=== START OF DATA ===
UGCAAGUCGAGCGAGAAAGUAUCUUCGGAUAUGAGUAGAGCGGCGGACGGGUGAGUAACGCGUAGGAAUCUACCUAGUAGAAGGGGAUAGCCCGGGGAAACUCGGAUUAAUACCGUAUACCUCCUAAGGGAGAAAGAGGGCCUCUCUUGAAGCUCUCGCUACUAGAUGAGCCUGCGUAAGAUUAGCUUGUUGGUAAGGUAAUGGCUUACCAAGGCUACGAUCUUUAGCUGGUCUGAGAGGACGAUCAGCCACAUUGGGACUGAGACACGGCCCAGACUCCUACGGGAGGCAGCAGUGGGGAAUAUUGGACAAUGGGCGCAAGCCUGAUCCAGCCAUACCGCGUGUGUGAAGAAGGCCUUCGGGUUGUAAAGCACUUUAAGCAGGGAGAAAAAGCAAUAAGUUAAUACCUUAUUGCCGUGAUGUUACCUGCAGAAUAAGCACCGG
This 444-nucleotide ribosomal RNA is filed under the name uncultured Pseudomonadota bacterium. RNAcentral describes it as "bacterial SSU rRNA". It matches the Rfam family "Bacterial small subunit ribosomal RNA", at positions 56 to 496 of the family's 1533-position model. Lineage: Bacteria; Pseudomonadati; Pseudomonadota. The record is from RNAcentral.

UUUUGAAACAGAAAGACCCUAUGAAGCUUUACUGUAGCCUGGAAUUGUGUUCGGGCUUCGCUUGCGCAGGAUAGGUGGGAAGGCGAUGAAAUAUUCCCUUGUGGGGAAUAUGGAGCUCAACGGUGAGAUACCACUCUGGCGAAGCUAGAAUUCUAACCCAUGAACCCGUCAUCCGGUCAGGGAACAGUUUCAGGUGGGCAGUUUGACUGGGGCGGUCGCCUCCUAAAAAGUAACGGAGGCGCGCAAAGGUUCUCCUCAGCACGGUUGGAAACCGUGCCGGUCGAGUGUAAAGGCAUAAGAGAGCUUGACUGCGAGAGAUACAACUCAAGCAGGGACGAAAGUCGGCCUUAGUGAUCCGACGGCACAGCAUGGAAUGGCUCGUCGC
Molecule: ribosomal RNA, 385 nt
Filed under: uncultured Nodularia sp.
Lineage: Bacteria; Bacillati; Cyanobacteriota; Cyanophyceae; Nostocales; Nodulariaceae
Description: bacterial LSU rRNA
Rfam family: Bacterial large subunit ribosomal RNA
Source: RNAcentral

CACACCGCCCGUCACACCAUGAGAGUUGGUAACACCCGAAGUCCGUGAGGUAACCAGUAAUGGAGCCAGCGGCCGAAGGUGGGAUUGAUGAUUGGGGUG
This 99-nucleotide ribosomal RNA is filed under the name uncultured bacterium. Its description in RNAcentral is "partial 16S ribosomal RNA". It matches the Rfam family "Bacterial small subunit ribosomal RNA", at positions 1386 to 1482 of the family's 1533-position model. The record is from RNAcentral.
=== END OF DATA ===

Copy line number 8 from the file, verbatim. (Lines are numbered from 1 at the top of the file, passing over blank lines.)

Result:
Rfam family: Bacterial large subunit ribosomal RNA